24 March, 1911 at Middleton Park

Steeple Aston (0) 3 -  Launton (1) 1

Referee: J. Ray Linesmen: C.H. Ludford G.H. Elliott

Steeple Aston: W. Butler H. Smith H. Stevens G. Hancox P. Regau B. Field G. Franks D. Barrett S. Franks C. Stevens W. Woods

Steeple Aston Scorers: S. Franks 3

Launton: L. Penn W. Lambourne F. Austin J. Massey F.J. Castle G. Carter C. Jeacock R.F. Hawes F.T. Jeacock J. Ancil T. Cox

Launton Scorers:  R.F. Hawes 1

The final of the Jersey League was played at Middleton on Saturday, when Steeple Aston won by three goals to one. The game was fought out at a strenuous pace, and after the allotted ninety minutes both teams had scored once. Launton scored in the first half, and Aston in the second. An extra half-hour was decided upon, and one goal in each quarter-of-an-hour was registered by Steeple Aston, who thus won the cup for the first time. Launton held their own thoughout the game, but were inferior when the work was near their opponents goal, and felt the great strain more than their opponents. The Steeple Aston captain, S. Franks, scored all three goals. As could be expected, the play was not of a very scientific order, but the game was full of good movements by both sides.

Mr J. Ray, of Oxford, was the referee, the linesman being Mr C.H. Ludford (Fritwell) and Mr G.H. Elliott (Middleton).

Launton won the toss, and elected to have the assistance of the breeze. The first thing of note was a shot by S. Franks for Aston, the Launton goalkeeper falling in attempting to clear, but the ball was cleared. Launton took up the field through Cox, who forced a corner. The teams were over anxious, and a few fouls marked the play for a time. The leather went from goal to goal quickly, both goalkeepers saving, and then in an attack on the Aston goal Hawes received, and, from twenty yards out, scored with a dropping shot. This was after twenty minutes. The play, being as yet of a scrambly nature, the defence on both sides prevailed until half-time, when the score stood:

Launton 1 goal, Steeple Aston nil

Aston opened well, and soon after the restart Stevens, their inside left, received on the halfway line. Taking the ball down at a good pace he beat the back and was well placed, but S. Franks ran up and took the ball. Although only about ten yards out he shot inches wide of the goal, a glorious opportunity lost. Following this Launton had a spell of attacking, but could not get near to goal very often. Following a good clearance by Smith, S. Franks equalised. The Aston forwards took the ball down, and the centre forward, tricking an opponent, scored with a fast shot. Launton again attacked, and seem to play a better against the wind, and Cox was responsible for some good runs and centres. The Aston defence, however, prevented dangerous shooting, and it was soon the turn of Aston to attack. This they did persistently, and once Penn stopped a shot, only to find himself covered by the opposing forwards, so he turned the ball adroitly round the post. S. Franks was always on the alert, and the Launton backs had an anxious time to call of time, when the score was one goal each.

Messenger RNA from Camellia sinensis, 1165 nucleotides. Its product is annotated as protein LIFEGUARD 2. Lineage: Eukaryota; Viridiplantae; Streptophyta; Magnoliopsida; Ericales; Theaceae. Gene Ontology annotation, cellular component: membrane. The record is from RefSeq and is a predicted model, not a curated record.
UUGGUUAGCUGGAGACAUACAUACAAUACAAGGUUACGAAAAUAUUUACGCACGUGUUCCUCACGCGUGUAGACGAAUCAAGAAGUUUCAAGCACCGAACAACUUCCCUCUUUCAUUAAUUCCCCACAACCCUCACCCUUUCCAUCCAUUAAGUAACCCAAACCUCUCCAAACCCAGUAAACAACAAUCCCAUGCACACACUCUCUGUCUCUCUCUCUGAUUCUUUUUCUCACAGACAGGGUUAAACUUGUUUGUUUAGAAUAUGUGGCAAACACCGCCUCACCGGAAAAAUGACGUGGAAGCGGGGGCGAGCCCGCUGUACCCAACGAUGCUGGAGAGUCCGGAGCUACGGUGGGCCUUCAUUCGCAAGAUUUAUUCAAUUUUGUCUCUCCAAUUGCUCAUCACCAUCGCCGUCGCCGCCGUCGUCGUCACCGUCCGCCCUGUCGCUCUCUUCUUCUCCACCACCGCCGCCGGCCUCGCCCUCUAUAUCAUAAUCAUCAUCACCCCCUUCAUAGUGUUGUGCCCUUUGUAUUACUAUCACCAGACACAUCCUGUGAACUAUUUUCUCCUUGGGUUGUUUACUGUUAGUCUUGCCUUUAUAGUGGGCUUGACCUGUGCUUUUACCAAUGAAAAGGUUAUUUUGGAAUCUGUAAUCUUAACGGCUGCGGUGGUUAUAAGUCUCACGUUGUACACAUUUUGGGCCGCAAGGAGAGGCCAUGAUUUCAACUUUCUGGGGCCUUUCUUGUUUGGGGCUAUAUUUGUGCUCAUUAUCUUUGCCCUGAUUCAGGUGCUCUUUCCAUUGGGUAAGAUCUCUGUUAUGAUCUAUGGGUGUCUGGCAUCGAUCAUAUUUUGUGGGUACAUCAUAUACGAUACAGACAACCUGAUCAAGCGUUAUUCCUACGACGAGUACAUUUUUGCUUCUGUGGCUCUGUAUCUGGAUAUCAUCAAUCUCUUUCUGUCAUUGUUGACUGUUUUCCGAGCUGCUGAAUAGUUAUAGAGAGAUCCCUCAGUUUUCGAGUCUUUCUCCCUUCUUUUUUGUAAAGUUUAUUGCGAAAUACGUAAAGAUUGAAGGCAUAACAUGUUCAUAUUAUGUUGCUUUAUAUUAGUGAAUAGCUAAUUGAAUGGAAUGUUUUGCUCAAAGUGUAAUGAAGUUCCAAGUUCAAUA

Another half-an-hour was then started upon, the teams changing over. Aston attacked, and after four minutes S. Franks, with a dropping shot in the corner of the goal, scored the second point. Launton bucked up considerably, and following two corners for them C. Jeacock worked into position and shot well, the ball striking the foot of the far upright, with Butler well beaten, and rebounding into play.

The men faced about, and a fruitless corner fell to Launton, who sustained the pressure for a few minutes. The Aston forwards again broke away, the Launton defence appearing to be fatigued, and S. Franks scored with a shot which grazed the bar as it went in near the post. Launton took down again, and the Aston goalie was laid out as the result of a plucky collision with Hawes. This was the last episode in an eventful match, which was fought out in good spirit, and Steeple Aston won by three goals to one.

The result was a great blow to Launton, who had looked upon the game as a fairly safe thing for them. And, indeed, there was not much between the teams till it came to the last half-an-hour, when the Aston men withstood the great pressure on them better than their opponents.

The Rev W.H. Draper presented the cup to the Aston captain after the match. It gave him pleasure to present the cup, but he much regretted the absence of Lord Jersey, who was one of the best sportsmen in the country. They had had a good game that day, fought in a friendly spirit. Launton had tried hard, but steeple Aston had won, and, as a vice-president of the Association, it was his pleasing duty to present the cup to the captain of the Aston team.

Mr G. Franks, on behalf of Steeple Aston team, said he thought it was about time that they won the Cup. Launton had given them a good game, and he fought hard for the trophy. He hoped that, if Steeple Aston lost the Cup, it would be to Launton. He asked for three cheers for his Lordship, and their captain, who had got the three goals that day, and who had also got the Cup. (Cheers.) Cheers were also given for Launton.

S. Franks, the Aston captain, and hero of the match, was carried shoulder-high to the pavilion, where the teams sat down to a tea provided by his Lordship.

Unconfirmed Rumours

That Launton was the happiest village in England on Saturday evening.
That Steeple Aston was the most miserable place at the same time.

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